How Long Will a Bankruptcy and Foreclosure Stay on My Credit Report

by Lynnette Khalfani-Cox, The Money Coach on June 14, 2011

in Bankruptcy, Credit Scores

credit history


When you miss a credit card payment, mortgage payment or end up going into deep debt that you can’t realistically pay off within a

reasonable amount of time, you put yourself at risk for bankruptcy or foreclosure. Many people who end up filing for bankruptcy or are dealing with foreclosure find it difficult to apply for a loan or get a credit card shortly after everything has been finalized. This is because information about your bankruptcy and foreclosure will stay on your credit report for several years. In a lender’s eyes, you are a “high risk” candidate and many lenders will simply deny you for a loan because your credit history.

Many people are confused about the Statute of Limitations on certain types of debt. It’s important to remember that the Statute of
Limitations has absolutely nothing to do with the length of time that something stays on your credit report.

Bankruptcy and Your Credit Report

Filing for bankruptcy is a drastic measure but sometimes you don’t have any other choice. Bankruptcy information stays on your credit report for up to 10 years. Bankruptcy is a legal way to discharge your debts, but filing bankruptcy will have the most negative effect on your credit score. It’s always in your best interest to make sure that information about the filing are reported to the credit bureaus correctly. Keep in mind that according to FICO, a bankruptcy that is “Dismissed” does not actually lower your FICO score. When your bankruptcy has a “Disposition” status, it will impact your credit rating. When you are able to work on improving your credit rating, make sure that you take steps to dispute any information that is inaccurate or outdated so that it does not show up on your public records.

Foreclosures and Your Credit Report

When a foreclosure gets reported to the credit bureaus, you can expect your credit score to drop by as much as 150 points. In most cases, borrowers who have dealt with foreclosure are granted “subprime status”, which means they aren’t eligible for attractive interest rates in the near future. Like bankruptcy, a foreclosure is considered to be a serious delinquency and will stay on your credit report for up to seven years from the date of filing. Even when you meet a lender’s requirements based on a past foreclosure, an underwriter will still see you as a risky candidate for another mortgage and you may find it very difficult to
get the loan you want.

It is possible to have the foreclosure removed from your credit report, but this can be a very lengthy process and will require some
strong negotiation skills.

When you have bankruptcy or a foreclosure in your credit history, it’s even more important to make sure you are keeping up with other bills and working towards repairing your credit. You may need to wait several years before your credit score improves after the negative impact from these credit problems, but you will be able to remove them from your credit history completely within seven to ten years.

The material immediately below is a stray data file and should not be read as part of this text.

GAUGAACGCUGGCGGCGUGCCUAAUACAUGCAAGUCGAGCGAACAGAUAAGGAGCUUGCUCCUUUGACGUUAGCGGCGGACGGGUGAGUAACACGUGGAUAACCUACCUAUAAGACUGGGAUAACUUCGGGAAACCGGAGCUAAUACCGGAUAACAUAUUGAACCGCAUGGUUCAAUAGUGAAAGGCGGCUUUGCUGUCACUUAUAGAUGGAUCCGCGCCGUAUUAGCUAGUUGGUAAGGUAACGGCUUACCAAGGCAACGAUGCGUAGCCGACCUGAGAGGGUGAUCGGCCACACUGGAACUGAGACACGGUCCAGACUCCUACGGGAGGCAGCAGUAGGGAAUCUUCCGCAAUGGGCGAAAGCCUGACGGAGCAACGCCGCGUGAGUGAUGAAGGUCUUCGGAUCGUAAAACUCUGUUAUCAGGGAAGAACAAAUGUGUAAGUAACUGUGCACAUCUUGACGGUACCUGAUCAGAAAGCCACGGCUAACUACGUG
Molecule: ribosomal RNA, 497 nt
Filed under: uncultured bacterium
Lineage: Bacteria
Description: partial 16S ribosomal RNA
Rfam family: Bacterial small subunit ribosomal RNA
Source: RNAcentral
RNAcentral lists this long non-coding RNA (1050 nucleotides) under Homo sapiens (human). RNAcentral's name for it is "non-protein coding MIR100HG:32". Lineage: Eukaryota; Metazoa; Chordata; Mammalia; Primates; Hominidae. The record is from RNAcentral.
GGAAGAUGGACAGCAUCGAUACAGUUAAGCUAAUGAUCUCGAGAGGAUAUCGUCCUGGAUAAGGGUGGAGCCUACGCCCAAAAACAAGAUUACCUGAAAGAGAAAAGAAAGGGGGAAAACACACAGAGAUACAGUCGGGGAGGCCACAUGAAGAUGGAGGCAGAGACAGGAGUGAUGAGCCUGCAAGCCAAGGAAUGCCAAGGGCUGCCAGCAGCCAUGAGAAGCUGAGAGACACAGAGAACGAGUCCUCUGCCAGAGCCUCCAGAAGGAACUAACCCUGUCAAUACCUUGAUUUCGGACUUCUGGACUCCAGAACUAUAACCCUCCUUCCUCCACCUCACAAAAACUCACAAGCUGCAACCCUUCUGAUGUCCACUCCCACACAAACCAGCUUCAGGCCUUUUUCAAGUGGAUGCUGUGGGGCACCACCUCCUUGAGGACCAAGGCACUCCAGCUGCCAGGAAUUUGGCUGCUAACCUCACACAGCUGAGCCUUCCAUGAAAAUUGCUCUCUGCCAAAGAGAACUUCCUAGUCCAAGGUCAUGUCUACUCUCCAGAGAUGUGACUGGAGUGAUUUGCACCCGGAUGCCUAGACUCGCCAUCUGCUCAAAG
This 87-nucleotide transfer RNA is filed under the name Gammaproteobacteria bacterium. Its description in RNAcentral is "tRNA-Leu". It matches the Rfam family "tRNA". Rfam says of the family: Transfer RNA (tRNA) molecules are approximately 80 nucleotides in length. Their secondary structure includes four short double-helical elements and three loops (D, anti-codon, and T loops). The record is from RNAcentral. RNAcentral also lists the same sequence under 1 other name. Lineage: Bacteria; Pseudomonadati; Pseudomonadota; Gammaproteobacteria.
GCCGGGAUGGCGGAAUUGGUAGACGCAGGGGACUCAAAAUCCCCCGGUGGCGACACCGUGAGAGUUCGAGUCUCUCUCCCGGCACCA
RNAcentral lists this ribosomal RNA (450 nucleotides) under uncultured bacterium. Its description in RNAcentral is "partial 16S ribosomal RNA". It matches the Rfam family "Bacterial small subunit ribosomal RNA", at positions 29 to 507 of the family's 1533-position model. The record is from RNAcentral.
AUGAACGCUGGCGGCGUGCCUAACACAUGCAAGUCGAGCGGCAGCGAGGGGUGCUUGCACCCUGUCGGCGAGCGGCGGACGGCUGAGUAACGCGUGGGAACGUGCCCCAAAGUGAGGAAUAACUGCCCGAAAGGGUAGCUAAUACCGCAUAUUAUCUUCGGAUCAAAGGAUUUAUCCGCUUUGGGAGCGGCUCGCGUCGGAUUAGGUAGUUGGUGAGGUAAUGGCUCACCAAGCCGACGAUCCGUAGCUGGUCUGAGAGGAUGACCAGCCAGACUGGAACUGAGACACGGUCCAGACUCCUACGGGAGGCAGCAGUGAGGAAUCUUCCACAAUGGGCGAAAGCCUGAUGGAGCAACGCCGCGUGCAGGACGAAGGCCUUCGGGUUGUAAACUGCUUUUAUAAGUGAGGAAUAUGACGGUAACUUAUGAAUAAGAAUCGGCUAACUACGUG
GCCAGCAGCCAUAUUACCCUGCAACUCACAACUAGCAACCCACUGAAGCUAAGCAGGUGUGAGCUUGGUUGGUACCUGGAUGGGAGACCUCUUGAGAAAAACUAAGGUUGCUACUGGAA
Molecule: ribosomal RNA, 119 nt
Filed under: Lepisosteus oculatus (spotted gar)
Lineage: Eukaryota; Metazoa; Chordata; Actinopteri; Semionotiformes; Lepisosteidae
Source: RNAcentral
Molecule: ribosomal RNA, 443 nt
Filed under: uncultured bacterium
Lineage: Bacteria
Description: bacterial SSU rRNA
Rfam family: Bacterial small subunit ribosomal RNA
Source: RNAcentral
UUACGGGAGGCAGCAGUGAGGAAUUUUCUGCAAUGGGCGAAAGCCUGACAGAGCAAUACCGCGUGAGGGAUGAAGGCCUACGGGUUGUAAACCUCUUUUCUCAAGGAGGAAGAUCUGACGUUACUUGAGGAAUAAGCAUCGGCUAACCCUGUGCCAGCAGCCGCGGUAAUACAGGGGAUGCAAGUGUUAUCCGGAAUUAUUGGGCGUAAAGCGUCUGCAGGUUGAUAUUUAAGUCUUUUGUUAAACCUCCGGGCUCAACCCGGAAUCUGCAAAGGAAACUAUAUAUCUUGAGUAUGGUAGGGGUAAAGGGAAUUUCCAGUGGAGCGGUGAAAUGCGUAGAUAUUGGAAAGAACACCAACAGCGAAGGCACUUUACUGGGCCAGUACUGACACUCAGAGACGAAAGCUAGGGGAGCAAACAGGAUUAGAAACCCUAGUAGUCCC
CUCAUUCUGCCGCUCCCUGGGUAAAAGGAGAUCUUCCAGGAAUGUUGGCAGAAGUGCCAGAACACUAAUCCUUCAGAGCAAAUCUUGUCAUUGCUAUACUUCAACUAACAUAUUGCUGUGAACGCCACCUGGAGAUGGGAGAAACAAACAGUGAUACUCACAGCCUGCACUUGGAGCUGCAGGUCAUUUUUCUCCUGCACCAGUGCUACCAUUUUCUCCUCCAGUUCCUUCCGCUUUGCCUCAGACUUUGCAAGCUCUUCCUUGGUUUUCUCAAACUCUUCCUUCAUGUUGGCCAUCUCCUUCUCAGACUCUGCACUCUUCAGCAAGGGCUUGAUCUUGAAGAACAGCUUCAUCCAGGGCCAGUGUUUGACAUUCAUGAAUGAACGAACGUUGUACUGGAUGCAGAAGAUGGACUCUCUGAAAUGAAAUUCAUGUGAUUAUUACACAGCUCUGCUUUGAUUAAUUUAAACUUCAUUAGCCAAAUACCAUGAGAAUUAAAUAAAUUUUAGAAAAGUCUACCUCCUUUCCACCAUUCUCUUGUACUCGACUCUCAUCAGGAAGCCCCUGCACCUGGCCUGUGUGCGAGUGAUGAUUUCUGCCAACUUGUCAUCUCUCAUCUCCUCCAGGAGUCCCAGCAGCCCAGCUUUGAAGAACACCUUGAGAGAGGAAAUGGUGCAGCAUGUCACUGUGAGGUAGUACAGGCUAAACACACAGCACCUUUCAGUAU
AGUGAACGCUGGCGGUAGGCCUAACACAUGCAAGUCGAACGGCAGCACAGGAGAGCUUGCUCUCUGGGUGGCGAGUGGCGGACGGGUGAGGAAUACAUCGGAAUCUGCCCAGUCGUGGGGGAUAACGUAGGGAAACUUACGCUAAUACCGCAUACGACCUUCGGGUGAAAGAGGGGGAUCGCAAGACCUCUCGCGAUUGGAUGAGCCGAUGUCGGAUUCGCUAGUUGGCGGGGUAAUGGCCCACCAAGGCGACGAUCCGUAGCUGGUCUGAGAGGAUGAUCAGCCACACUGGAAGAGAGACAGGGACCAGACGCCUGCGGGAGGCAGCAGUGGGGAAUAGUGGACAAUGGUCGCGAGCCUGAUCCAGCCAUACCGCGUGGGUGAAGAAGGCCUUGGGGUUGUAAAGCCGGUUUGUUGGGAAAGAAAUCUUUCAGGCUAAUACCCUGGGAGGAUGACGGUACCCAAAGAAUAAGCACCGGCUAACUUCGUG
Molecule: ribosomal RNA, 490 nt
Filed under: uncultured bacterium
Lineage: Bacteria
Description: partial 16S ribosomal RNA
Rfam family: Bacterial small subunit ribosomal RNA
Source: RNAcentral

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david bitkowski

When we filed bankruptcy 14 years ago our foreclosure did not show on our file. It was a VA loan but everything else did.appear .. We are going into closing on a new home now and the underwriters need documentation showing that it happened at least 24 months ago, now I have to go to the courthouse for proof that it was ..



You always give such excellent advice.

Although the foreclosure (and bankruptcy) stay on your credit record for seven years, there is strong evidence that a “Mortgage Only” default — more commonly called a Strategic Default — may not affect credit the way you imply.

I would point out that FHA will insure borrowers 3 years after a foreclosure. Also, FICO, TransUnion, and VantageScore have all released recent studies documenting that Mortgage Only defaulters demonstrate better than expected credit risk after default.

The TransUnion report in particular calls this class of borrower a “hidden opportunity.”

With over 200K strategic defaulters being created each year (and growing at 3% per year), it is hard to imagine the lending institutions won’t move into this emerging “hidden opportunity” segment.

It’s important for your readers considering strategic default to understand how the credit agencies define a “Mortgage Only” default. You might want to write a topic on just that since it’s the difference between them being classified as a “bad risk” or a “hidden opportunity.”

Incidentally, our company, HomeLiberty, is definitely extending loans to families who have had to strategically default. I am confident there will be more in the coming years.

Mark Moore, CEO
HomeLiberty, Inc.

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